The EFAI NDVI is a high resolution land surface parameter dataset for climate modeling and mesoscale weather simulations. It was derived from the 20 year long NASA/NOAA AVHRR Pathfinder NDVI dataset, which is available in 10 day temporal and 0.1 degree spatial resolution for global area coverage.
The variability of vegetation state and function motivates the creation of high-resolution vegetation parameters varying dynamically over space and time. These parameters can be used to model the complex soil-vegetation-atmosphere interactions but also to assess the long-term changes in land use and vegetation physiology over a large area. The knowledge of the temporal variability of vegetation is a key requirement to quantify the carbon pools and exchanges on local and global scale. On global scale, satellite remote sensing now offers the possibility to estimate vegetation phenology with a high spatial and temporal revisiting frequency.
The NOAA/NASA Pathfinder dataset (James and Kalluri 1994) uses the NOAA polar orbiting satellites and is corrected for Rayleigh scattering and ozone absorption as well as for instrument degradation. It is however not corrected for aerosols or viewing geometry effects. High solar zenith angles in high latitudes causes long term data dropouts during winter. The cloud screening is problematic and leads to temporal inconsistencies in the original Pathfinder dataset. To create a spatio-temporally consistent vegetation phenology useful for climate research we used the Pathfinder NDVI (Normalized Difference Vegetation Index) over Europe and applied the following correction methodology:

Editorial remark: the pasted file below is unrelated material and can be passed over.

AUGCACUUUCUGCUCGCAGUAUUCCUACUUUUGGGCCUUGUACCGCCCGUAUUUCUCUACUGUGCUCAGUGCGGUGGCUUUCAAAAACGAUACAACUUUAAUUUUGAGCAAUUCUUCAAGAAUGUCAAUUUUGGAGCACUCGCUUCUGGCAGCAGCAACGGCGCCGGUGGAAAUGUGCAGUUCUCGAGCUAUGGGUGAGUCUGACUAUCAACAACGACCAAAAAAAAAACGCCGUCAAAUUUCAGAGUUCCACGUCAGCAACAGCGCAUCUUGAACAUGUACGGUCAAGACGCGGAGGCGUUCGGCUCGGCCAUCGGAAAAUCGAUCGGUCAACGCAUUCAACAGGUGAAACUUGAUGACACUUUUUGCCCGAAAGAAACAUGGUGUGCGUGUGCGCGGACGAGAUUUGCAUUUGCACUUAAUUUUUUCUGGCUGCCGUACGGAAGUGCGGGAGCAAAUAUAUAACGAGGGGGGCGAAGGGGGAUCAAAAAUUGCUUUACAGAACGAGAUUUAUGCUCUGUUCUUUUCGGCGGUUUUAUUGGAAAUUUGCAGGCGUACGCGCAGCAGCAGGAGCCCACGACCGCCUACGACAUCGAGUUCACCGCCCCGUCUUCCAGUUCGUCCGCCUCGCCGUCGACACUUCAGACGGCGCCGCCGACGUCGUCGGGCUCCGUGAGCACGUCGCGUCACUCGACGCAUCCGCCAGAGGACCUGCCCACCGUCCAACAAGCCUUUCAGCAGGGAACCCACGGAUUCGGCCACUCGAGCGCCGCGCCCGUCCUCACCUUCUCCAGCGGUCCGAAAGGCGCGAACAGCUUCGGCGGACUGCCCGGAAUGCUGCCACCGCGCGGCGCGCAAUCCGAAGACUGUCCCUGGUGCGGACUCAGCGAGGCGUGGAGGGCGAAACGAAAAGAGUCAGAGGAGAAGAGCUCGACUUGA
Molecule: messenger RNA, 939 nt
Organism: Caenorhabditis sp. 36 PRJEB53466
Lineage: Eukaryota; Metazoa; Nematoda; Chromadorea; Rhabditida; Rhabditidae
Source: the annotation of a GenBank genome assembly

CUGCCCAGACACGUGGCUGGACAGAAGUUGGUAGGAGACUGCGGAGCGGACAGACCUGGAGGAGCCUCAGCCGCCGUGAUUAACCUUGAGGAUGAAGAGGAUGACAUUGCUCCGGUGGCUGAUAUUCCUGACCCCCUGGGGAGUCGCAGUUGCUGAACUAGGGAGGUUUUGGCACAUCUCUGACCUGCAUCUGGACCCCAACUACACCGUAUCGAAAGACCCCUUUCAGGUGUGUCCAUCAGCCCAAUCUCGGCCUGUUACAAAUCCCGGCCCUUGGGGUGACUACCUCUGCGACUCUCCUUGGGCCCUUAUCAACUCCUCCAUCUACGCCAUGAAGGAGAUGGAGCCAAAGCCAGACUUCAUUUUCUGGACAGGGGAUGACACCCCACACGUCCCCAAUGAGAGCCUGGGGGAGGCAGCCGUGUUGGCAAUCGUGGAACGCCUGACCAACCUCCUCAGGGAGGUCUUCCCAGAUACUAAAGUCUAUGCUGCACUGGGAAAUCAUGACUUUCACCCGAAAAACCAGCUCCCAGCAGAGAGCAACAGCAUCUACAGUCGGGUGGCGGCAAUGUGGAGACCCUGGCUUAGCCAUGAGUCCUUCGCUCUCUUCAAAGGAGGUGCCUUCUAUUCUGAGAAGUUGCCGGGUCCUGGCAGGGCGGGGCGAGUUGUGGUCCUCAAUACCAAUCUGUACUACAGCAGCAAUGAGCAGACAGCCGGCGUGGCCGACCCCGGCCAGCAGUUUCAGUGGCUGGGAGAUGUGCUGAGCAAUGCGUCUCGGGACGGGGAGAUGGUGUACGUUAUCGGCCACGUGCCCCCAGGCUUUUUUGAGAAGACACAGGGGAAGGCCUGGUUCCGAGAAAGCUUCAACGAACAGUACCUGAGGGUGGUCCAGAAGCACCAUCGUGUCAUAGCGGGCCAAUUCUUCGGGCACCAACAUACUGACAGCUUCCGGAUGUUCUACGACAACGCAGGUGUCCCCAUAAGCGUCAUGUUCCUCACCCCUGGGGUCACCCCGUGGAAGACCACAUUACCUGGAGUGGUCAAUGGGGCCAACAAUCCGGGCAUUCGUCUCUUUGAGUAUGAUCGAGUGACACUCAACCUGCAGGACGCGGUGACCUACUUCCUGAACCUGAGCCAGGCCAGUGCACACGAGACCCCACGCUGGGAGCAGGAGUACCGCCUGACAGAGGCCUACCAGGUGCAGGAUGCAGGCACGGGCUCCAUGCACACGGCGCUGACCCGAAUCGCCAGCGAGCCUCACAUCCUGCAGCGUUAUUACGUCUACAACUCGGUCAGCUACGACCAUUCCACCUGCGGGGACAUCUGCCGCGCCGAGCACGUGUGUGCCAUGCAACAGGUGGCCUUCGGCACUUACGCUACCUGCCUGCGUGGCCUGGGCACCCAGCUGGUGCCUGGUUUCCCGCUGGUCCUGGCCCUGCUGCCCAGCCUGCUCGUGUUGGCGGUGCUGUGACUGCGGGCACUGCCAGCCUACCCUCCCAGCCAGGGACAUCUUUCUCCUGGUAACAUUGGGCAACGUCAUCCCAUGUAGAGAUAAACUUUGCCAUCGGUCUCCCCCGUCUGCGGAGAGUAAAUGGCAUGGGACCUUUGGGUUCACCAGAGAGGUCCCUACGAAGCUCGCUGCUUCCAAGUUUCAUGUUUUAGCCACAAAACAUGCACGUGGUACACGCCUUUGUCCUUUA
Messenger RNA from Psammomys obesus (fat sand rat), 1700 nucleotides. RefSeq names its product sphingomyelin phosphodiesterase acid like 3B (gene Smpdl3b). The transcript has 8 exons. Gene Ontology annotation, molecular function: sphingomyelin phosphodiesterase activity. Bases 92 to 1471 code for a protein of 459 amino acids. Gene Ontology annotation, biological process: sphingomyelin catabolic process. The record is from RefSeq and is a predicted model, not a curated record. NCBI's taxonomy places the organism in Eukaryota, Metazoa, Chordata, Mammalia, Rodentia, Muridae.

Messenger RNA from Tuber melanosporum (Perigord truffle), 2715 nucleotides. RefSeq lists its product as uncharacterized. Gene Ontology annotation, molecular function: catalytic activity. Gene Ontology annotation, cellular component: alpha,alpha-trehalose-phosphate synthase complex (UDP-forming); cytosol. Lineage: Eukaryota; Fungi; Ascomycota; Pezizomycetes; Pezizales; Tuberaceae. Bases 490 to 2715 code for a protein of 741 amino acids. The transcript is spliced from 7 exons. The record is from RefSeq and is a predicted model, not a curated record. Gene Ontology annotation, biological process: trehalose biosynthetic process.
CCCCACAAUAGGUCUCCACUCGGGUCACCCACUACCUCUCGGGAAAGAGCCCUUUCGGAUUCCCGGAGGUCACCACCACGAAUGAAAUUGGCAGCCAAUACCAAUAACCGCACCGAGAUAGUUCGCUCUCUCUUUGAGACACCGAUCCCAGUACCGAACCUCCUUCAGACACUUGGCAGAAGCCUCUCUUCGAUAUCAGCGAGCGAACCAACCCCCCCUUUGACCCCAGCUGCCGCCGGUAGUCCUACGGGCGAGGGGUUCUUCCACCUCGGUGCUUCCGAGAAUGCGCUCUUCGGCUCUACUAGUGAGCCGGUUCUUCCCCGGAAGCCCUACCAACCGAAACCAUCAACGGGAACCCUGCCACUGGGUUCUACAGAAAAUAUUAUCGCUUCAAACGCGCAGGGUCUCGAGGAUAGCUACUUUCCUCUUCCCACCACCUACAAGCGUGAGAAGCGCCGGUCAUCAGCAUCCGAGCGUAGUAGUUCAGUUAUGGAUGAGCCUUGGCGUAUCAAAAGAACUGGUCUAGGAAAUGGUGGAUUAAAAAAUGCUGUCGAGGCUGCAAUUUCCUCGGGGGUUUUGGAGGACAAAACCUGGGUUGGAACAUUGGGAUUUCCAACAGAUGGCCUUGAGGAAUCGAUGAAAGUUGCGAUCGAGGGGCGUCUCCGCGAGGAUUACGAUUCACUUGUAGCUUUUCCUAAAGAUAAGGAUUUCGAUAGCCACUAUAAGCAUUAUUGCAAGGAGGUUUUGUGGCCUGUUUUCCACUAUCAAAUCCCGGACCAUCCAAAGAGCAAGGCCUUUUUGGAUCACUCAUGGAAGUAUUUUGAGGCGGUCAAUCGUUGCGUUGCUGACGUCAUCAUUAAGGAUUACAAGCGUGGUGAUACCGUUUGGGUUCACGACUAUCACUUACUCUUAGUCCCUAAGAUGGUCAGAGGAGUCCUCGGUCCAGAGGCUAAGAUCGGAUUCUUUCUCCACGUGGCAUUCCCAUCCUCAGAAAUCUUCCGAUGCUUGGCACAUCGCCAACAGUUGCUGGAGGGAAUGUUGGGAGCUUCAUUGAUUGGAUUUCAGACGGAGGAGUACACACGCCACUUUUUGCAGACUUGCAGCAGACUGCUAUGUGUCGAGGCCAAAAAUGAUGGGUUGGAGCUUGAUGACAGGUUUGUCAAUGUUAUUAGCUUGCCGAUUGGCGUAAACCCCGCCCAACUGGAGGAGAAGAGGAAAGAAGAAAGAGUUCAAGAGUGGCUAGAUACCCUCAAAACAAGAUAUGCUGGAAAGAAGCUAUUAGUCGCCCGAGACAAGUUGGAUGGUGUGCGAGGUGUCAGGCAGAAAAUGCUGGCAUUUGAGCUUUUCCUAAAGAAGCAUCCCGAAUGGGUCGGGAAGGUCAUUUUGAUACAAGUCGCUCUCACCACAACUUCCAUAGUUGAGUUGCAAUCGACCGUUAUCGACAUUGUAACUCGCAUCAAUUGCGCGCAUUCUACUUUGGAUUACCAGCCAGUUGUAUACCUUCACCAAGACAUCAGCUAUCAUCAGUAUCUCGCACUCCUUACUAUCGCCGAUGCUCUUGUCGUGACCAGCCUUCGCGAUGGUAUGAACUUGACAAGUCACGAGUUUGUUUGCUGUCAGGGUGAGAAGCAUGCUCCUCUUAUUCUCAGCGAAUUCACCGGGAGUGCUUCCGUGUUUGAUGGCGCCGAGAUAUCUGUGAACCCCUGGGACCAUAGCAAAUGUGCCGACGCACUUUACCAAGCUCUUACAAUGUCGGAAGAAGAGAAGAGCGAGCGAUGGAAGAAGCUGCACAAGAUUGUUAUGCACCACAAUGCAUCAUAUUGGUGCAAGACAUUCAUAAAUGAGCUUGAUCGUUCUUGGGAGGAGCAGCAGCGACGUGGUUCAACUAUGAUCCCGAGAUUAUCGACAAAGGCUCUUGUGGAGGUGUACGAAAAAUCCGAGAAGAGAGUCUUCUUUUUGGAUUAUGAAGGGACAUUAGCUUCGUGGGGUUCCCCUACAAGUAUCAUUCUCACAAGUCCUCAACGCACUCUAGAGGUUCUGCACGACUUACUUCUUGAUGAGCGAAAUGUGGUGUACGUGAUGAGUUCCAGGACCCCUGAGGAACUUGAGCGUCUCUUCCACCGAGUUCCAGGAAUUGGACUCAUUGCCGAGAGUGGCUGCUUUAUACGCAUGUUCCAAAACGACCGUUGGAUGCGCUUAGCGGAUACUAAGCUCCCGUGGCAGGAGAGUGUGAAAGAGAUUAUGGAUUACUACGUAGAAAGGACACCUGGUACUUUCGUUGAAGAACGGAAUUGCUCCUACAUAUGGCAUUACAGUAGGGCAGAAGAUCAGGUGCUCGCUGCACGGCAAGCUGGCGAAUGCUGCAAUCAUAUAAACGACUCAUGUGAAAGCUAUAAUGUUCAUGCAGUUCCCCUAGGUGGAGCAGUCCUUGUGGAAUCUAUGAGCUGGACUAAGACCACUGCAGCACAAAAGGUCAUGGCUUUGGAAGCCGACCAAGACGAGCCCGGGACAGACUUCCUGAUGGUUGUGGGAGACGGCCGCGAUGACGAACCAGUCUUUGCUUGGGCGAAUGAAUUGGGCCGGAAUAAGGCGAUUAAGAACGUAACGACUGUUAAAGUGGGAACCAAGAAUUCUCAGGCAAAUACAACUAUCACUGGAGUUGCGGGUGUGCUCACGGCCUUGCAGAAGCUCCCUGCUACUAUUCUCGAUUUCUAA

- Replacement of processing artifacts and data gaps in the dataset by spatial interpolation
- Adjustment of the NDVI time-series by using a temporal interpolation procedure
The temporal interpolation procedure is a modification of Los (1998) and Sellers et al. (1996) and uses second order discrete fourier series to extract the seasonal variability of vegetation state and function from the Pathfinder NDVI dataset. The resulting spatio-temporally consistent 0.1 degree and 10 day NDVI dataset is called EFAI NDVI (European Fourier-Adjusted and Interpolated NDVI). A full description of this methodology is available in Stöckli and Vidale (2004). Biophysical land surface parameters were derived from the EFAI NDVI by applying simple empirical relationships between satellite radiometry and vegetation physiology.
The EFAI Dataset has also been processed at global scale and is available here. It has been superseded by higher quality and better gap-filled products. For instance our NASA Energy and Water Cycle MODIS-based FPAR/LAI data assimilation project called Pheno Analysis is a suitable successor of the EFAI NDVI.
Reference: R. Stöckli and P. L. Vidale (2004). European plant phenology and climate as seen in a 20-year avhrr land-surface parameter dataset, International Journal of Remote Sensing, 25(17), 3303–3330